We were taken to Frere Hospital. I was taken to theatre. I was in theatre until 3 a.m. The next day it was clear that I was very ill. I was taken to an intensive care ward. I was given oxygen. I thought that I was dying. I was given treatment and things were better.

MS MAYA: How long were you in hospital for?

MR DUDA: I was there for two months, and I was released on the third month.

MS MAYA: How did this affect your work, were you able to



go back to your workplace?

MR DUDA: My blood pressure went up when I was in hospital and also sugar diabetes. I had to be treated in hospital. After then I was released from hospital I could not go back to work because of my health. To this day I am not working. I still go to hospital for treatment. Every month I have to get some treatment.

MS MAYA: As you are not working how do you support your family and yourself?

MR DUDA: I applied for a disability grant and I got that. I have five children. The problem is that I have a child who is at university, Rhodes University. The other two are in high school. I have another who has matric and is working temporarily at the taxis, will the Commission help me with my children please. I have that problem.

MS MAYA: Did you get any kind of help from the lawyers?

MR DUDA: Yes I went to the attorneys Smith and Tabatha, they accepted my case because I was ill the whole of 1992 I could not walk. In 1993 I put in a claim. The attorneys said it was a bit late but they will try. I then would go to them regularly. Eventually they said that my case is being attended to in Pretoria by the Minister, they had taken my case to the Minister of Justice in Pretoria and they are waiting for a reply.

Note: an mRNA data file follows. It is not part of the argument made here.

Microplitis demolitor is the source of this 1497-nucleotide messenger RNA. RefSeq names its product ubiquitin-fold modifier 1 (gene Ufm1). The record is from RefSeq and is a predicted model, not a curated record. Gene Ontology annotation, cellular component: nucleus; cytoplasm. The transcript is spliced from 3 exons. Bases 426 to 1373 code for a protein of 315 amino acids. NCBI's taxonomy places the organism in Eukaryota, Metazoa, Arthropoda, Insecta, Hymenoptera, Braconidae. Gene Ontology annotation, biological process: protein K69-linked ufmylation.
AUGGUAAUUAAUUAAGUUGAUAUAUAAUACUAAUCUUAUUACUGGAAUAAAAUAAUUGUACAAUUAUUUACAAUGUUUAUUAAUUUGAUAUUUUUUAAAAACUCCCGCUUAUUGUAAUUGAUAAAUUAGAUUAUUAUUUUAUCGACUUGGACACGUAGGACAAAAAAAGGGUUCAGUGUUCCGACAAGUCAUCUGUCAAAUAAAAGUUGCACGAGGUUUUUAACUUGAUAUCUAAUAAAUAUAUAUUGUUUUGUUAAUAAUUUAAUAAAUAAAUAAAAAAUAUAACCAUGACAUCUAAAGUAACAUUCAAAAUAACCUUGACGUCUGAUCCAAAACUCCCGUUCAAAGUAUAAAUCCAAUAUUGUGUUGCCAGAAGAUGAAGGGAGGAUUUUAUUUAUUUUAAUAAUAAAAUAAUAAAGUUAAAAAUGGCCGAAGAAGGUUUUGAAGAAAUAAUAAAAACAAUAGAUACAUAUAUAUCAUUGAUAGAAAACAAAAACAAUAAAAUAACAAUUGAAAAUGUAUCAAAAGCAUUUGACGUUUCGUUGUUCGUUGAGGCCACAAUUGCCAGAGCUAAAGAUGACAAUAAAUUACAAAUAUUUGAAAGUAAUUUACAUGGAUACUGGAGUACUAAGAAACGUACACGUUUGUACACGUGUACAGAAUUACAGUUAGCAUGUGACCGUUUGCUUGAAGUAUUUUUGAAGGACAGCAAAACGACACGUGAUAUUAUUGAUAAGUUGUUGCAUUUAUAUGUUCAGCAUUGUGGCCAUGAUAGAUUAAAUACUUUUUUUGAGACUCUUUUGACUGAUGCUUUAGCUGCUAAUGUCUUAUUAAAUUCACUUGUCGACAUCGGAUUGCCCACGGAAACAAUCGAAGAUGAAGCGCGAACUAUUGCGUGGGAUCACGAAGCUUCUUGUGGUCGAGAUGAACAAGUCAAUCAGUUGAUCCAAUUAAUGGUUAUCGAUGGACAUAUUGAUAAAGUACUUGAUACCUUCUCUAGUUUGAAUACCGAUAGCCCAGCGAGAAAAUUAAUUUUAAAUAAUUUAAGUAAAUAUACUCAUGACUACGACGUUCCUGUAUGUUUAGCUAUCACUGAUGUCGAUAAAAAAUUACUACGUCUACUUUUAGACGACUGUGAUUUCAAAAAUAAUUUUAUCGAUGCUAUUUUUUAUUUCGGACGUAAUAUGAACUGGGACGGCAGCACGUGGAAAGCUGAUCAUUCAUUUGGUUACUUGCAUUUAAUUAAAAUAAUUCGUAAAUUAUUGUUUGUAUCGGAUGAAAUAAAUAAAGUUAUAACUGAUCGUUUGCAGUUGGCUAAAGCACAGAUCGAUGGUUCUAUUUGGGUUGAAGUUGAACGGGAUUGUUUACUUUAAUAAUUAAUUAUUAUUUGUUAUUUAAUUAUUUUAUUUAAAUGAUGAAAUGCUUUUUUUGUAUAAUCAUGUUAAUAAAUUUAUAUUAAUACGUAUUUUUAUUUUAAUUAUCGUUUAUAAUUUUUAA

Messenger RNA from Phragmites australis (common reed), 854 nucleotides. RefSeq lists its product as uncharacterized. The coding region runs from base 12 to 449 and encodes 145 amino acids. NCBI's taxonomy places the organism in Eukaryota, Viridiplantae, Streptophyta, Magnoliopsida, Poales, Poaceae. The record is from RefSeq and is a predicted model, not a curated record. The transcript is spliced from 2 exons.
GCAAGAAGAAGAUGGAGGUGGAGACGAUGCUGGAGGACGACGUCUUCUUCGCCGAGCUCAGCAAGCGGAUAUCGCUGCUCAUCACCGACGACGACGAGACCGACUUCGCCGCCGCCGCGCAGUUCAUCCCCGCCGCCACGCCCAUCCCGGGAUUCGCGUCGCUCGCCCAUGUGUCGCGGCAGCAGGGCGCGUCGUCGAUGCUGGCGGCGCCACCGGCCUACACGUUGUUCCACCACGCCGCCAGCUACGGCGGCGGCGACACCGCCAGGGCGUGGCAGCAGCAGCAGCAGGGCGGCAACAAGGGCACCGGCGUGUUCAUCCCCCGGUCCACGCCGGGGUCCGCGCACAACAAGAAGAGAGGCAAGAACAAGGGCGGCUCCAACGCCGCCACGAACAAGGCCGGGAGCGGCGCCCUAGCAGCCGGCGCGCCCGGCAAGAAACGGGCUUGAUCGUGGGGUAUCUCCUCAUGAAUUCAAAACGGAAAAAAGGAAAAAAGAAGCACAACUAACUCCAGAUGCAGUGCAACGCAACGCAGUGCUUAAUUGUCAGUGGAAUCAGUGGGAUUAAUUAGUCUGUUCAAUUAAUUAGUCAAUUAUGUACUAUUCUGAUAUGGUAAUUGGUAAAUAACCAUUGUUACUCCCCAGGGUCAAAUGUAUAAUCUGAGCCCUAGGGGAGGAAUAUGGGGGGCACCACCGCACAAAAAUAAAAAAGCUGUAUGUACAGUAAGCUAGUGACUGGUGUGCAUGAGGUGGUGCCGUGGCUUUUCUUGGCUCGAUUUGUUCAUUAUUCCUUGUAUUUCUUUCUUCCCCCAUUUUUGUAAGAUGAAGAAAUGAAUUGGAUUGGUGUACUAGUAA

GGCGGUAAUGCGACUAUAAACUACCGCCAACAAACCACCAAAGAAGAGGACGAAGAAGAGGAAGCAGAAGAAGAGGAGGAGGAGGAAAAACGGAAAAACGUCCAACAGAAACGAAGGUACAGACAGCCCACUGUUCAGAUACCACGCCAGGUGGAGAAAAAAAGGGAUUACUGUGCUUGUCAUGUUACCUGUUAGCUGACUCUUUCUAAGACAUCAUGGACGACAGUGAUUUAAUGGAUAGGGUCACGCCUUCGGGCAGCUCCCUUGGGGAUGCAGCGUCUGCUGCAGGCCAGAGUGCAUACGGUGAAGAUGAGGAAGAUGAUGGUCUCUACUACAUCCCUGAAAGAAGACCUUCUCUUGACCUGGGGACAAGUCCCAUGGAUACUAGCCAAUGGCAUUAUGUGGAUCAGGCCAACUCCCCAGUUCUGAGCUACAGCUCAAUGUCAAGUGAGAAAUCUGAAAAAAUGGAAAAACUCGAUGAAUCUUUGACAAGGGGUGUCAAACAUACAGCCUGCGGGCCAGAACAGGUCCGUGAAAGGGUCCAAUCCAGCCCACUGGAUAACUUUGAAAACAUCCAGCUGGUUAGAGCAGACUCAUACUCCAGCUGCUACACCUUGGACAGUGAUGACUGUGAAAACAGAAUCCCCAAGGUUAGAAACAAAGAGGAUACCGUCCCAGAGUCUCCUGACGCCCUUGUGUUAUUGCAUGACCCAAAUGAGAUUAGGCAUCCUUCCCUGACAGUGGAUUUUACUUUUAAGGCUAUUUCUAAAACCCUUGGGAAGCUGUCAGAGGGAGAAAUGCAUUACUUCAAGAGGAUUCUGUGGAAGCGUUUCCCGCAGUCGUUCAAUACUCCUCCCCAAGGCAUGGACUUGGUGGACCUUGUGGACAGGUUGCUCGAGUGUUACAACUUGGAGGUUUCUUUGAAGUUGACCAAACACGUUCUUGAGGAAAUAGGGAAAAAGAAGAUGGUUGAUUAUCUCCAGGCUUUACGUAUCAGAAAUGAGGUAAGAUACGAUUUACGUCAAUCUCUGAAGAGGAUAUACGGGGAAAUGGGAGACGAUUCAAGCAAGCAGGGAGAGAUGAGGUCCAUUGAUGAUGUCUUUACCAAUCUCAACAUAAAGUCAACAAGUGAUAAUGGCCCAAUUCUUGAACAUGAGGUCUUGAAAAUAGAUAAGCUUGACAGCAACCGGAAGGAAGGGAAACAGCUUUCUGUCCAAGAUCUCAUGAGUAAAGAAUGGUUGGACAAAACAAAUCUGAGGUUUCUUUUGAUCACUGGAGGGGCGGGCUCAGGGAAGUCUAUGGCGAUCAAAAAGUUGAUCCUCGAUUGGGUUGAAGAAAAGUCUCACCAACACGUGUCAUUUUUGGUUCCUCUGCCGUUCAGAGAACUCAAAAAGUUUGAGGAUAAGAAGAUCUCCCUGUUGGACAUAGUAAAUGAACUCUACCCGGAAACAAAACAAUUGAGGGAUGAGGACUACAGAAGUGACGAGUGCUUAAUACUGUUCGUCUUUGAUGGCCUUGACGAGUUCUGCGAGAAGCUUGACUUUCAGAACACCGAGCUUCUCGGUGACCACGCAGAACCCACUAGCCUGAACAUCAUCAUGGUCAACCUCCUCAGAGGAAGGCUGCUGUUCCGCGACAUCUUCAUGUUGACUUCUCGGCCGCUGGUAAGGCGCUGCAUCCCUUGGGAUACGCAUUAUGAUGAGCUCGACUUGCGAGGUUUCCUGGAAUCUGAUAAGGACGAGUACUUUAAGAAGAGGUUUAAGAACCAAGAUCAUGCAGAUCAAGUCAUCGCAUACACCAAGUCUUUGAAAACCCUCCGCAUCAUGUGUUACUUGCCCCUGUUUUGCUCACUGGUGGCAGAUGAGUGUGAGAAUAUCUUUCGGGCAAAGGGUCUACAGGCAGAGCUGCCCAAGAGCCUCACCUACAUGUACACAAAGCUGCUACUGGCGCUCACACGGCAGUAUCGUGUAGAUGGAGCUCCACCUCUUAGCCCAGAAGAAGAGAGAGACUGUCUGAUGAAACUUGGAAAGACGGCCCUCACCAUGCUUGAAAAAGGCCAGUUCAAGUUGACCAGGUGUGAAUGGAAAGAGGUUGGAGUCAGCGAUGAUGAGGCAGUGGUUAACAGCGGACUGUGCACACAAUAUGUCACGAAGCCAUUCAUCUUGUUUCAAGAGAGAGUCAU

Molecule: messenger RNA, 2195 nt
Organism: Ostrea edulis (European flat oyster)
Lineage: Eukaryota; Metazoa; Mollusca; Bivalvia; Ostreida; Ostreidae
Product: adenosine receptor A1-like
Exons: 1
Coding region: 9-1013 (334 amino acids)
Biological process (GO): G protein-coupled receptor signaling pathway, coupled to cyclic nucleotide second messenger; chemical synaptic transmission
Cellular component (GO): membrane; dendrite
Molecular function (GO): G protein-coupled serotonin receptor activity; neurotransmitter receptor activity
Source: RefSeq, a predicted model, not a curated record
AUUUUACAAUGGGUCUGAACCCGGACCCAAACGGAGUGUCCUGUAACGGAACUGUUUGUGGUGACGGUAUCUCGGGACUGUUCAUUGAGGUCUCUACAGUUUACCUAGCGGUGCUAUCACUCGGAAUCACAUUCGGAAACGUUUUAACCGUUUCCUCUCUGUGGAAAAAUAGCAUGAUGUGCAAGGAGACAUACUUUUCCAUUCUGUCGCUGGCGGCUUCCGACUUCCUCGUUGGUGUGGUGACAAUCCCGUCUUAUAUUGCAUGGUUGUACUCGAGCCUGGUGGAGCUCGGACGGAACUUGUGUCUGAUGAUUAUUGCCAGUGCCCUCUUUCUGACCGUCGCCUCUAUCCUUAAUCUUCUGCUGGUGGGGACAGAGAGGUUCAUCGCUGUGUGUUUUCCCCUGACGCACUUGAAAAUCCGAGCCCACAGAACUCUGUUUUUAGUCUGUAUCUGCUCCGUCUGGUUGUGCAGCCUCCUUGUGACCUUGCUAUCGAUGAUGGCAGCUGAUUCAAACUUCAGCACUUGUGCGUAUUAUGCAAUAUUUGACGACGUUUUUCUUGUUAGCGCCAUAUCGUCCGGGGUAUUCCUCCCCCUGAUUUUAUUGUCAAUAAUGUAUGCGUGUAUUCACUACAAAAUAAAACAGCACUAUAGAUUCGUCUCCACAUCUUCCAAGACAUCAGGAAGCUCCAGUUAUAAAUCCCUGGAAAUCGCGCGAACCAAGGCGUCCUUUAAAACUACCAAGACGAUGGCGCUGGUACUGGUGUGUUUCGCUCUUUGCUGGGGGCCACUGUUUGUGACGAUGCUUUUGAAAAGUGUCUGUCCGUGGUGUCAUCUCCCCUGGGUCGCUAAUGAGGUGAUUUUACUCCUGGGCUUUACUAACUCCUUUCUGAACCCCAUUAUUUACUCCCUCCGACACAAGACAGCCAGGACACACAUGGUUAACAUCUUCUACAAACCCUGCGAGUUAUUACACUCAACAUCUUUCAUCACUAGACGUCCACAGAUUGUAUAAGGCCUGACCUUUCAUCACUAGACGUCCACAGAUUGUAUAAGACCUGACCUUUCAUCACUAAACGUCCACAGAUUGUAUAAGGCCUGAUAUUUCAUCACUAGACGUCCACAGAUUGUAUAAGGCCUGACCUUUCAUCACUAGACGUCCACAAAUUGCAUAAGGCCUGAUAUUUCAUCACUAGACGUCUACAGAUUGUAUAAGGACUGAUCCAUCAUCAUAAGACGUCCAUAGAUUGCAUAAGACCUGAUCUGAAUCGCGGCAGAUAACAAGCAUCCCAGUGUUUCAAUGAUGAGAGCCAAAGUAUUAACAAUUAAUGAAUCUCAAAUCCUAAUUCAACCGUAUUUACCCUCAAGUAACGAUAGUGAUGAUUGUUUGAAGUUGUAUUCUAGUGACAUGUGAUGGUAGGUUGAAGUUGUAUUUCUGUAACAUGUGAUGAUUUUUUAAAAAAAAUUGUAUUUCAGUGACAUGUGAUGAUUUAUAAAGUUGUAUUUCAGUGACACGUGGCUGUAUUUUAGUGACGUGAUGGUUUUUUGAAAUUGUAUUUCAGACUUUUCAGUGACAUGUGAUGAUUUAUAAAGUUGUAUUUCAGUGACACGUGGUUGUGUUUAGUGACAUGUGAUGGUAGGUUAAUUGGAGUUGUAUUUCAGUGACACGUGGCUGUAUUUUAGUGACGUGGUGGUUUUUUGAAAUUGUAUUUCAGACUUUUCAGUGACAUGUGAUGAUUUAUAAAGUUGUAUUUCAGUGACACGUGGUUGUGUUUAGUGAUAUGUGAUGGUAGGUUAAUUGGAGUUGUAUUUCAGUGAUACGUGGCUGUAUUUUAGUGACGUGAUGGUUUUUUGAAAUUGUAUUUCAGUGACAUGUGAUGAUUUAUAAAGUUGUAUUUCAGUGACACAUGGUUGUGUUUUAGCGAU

MS MAYA: Are you still waiting for a reply?

MR DUDA: Yes, to this day, they are still waiting for a reply.

MS MAYA: Are you now well?

MR DUDA: No I am not fully well because I can't walk for a long distance. I can't walk for example from here to Free State on foot, because I was shot in the knee and the bullet EAST LONDON HEARING TRC/EASTERN CAPE


just dissipated in my knee. This is why I cannot do a thing The bullet that entered my arm is still there. The doctors say that if they would remove it my hand would be paralysed and I won't be able to use my fingers.

MS MAYA: Do you have a wish or a request that you would like to present to the Commission?

MR DUDA: Yes I do. I request that the Commission to ask Gqozo why people's blood was shed there where it was? Why the Black man's blood, us children, why their bones are at Ginsberg's burial place. I ask also the Commission that you cannot have mercy on the perpetrators of violence and this filth, they must be prosecuted. Thank you Mr Chairman.

MS MAYA: You have another request in your statement to be helped, to help your children's education, is that so?

MR DUDA: Yes it is so.

MS MAYA: You also said that you still go to hospital for treatment, is that all you have to say Mr Duda?

MR DUDA: Yes that is all. I hope tht the Commission will help me because every month I have to go to the doctor. Also it is difficult for me to educate my children.

MS MAYA: Thank you very much. I hand you back to the Chairperson.